If the complaint is merely that a d4 gets added to every ability check then adding one only to those that need it added does get around the direct issue.

However, the real issue is that adding a d4 to a significant number of ability checks is too strong.

My concern is that the d4 doesn't actually come up nearly as often in my games that it does in the OP's. That tells me it's how his games are ran that's causing the issue with guidance. So he can either change how he runs his games and have guidance work just fine in them - or he can greatly modify or remove guidance from his games.

The thing is if he refuses to change his game or explain how his games are working then we really can't evaluate his proposed fixes or propose fixes to him.
 

iserith

Magic Wordsmith
To me, this just doesn't follow. What about the narrative of a character that's muddling through some task and is likely to fail, only to receive some burst of inspiration or divine guidance at a critical moment that allows him/her to succeed? That type of intercession can come at any moment.
Any moment within the duration of the spell, provided the spell was cast at the start of the task in my view and doesn't run out before the task is complete. Again, the check isn't a thing in the fiction. In order to get the benefit of the spell, the task must take place within the duration of the spell. A 10-minute task won't benefit from a 1-minute duration guidance spell, even if the caster spams it 10 times.

I'm not exactly sure what the common problems are, other than the report of "spamming" which started these threads. It seems to me that "spamming" is kind of what cantrips are made for, so I'm still not sure how it's a problem. I'm certainly not recommending any changes to the spell. As I posted in the other thread, I think transparently known DCs, coupled with no imposed restriction on casting after a check has been rolled, immediately reduces the number of ability checks for which guidance will be (perceived to be) useful.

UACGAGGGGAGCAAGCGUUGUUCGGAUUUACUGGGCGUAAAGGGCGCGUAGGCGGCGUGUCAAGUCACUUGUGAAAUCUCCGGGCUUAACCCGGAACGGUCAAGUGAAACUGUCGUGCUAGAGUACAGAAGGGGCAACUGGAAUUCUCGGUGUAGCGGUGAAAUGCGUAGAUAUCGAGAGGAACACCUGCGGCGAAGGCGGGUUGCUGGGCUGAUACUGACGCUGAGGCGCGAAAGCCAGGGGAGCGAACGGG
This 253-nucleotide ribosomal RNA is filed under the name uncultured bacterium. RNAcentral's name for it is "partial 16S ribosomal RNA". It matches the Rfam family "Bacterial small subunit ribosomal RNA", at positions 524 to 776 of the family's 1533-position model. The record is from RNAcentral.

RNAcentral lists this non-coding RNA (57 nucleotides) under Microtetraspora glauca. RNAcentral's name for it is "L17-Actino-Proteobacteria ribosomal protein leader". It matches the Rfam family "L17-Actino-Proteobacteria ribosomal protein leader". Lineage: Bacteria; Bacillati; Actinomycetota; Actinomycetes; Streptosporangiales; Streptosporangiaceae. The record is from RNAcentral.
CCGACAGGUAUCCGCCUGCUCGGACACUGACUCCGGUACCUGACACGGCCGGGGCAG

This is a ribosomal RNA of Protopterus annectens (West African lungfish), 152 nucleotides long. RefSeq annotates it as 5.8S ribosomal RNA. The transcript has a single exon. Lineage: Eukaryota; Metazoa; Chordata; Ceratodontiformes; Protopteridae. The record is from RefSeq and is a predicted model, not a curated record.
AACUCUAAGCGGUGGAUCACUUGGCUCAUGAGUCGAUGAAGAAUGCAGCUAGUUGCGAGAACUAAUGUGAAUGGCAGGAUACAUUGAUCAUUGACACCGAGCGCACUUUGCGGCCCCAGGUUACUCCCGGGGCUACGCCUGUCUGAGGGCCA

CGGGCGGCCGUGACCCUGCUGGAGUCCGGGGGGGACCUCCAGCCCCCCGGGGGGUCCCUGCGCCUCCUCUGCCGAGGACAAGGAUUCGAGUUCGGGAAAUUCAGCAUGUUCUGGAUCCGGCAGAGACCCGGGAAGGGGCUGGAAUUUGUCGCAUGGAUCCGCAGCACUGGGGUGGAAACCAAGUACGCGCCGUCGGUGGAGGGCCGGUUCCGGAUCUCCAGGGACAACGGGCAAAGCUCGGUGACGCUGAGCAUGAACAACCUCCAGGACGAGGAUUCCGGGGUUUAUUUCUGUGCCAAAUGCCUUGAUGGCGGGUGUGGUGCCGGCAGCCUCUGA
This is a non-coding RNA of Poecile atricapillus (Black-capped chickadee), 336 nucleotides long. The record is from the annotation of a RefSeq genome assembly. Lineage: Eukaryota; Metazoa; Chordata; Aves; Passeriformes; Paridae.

If I understand you correctly, casting after the roll would still be a house rule though, on par with making the spell a 1st-level slot or otherwise altering it. I believe my take is not a house rule. It's how the game is meant to work. Not that I'm opposed necessarily to house ruling. It's just that I find concerns about this spell in particular is always a clue to me as to how people run their games. If people have problems with it, I can figure out pretty easily how they think of tasks and checks, generally speaking, and whether players are asking to make or declaring they are making ability checks.